Evelyn M. Fazio, publisher of WestSide Books in Lodi, N.J., emphatically states what will not appear on her house's list: "No fantasy, no romance, no dragons, no vampires. We publish books that kids will relate to based on their own experiences. We don't want them to feel alone if they are going through difficult times." Indeed, the scenarios portrayed are not always happy. "Characters in our books are runaways, are suicidal, and are abused," she says, "but we also like the stories to have humor and hope."
Launched in February 2009, WestSide publishes eight to 10 hardcovers annually and may issue paperback reprints of selective titles in the future. One of its bestsellers is Scars by Cheryl Rainfield, a March release now in its fifth printing, described by Fazio as "an edgy story about a teen who's been abused sexually and who cuts herself to help cope." Like other WestSide titles, this novel is partially based on the author's own experiences: the slashed arm in the jacket photograph belongs to Rainfield.
Tapping into the boy market, WestSide has published two successful books by Mark Fink, Stepping Up and The Summer I Got a Life; Fazio sees this as a growing niche. "I've heard from teenage boys that they aren't finding much they like to read, so I'm actively seeking those books," she says.
Chronicle Extends Its YA Reach
In fall 2009, San Francisco's Chronicle Books expanded its children's publishing program into the YA arena when it released Michelle D. Kwasney's Blue Plate Special, the story of mothers and daughters told from three perspectives. The house has since published several other YA novels, and expects to issue 10 to 12 annually.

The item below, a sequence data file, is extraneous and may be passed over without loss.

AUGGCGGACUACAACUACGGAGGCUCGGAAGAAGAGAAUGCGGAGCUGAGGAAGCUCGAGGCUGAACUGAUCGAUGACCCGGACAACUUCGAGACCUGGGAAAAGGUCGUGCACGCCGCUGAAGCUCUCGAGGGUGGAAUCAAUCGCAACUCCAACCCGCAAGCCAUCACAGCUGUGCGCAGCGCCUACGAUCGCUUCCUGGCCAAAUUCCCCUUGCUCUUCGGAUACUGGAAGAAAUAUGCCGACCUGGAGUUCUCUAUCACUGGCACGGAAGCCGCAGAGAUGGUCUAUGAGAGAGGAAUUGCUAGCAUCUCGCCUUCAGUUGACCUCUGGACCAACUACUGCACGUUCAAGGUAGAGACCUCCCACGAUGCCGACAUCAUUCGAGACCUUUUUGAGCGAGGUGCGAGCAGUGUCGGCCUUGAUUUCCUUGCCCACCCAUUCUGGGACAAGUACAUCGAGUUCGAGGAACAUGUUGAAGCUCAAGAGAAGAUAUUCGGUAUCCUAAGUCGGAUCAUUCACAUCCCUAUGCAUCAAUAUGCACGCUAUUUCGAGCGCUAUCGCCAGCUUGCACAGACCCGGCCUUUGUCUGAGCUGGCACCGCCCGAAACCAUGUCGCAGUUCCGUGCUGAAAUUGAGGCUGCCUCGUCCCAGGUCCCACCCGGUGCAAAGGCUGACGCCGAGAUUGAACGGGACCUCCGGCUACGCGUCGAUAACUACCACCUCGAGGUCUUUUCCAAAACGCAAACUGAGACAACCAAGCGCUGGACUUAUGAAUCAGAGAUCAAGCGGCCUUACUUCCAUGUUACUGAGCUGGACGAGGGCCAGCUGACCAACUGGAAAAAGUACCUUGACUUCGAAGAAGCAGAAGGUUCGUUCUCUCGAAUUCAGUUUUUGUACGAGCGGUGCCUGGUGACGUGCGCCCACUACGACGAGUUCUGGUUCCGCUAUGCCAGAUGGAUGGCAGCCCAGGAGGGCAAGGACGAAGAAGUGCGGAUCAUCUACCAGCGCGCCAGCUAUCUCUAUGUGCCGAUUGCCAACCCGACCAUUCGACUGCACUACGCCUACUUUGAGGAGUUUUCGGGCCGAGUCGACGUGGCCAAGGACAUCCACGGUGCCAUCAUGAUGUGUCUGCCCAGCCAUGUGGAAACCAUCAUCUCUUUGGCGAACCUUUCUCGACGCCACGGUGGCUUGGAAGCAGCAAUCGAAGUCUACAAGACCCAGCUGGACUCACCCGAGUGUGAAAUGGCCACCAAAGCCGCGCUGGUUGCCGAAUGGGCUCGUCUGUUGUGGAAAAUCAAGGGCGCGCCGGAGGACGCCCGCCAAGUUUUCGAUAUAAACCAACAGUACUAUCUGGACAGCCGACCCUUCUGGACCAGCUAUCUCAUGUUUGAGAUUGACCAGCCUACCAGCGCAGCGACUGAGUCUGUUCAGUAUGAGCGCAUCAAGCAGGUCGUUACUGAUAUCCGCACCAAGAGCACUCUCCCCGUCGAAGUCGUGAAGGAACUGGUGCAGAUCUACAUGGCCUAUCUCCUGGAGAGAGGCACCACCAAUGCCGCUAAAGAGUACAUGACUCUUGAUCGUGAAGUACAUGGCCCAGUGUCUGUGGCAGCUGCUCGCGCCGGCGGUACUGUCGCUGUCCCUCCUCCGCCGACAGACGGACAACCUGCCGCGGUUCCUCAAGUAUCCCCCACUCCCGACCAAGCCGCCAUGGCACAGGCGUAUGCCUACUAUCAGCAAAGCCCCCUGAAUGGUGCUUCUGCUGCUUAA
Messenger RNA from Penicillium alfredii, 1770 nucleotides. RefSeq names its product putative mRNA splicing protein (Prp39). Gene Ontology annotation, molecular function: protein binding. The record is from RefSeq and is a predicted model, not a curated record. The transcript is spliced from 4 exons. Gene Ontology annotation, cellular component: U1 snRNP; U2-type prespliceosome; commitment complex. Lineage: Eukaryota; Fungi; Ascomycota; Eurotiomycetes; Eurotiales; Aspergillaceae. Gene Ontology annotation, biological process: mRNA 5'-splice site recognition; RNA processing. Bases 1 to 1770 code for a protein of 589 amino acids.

"We're interested in contemporary and historical fiction that has distinctive personality," says editor Julie Romeis. "We want to publish books that not only have great storylines, but make beautiful visual packages." Romeis notes that Chronicle will publish books in other genres as the list grows, such as its first YA nonfiction title, Dan Eldon: Safari as a Way of Life by Jennifer New, a biography of this photojournalist due next spring. Rounding out the spring list are two novels, How I Stole Johnny Depp's Alien Girlfriend by Gary Ghislain, about a boy who encounters an alien who believes she's Depp's soul mate; and Spinning Out by David Stahler, Jr., starring two slackers who land leads in the school play.
Medallion Gives Voice to Teenagers
Who knows better than teens what teens want to read? Nobody, decided Medallion Press, an Illinois publisher of adult genre fiction and nonfiction. In December 2011, the company will debut its Ya-Ya imprint—short for "young adults writing for young adults"—with editorial director Emily Steele at the helm.
The line's launch title is The White Fox, a fantasy with science fiction and romance elements, written by James Bartholomeusz, an 18-year-old British college student. "I think we're prime for new voices in publishing, and we're excited to give young writers a platform so they can reach readers and grow as writers," says Steele.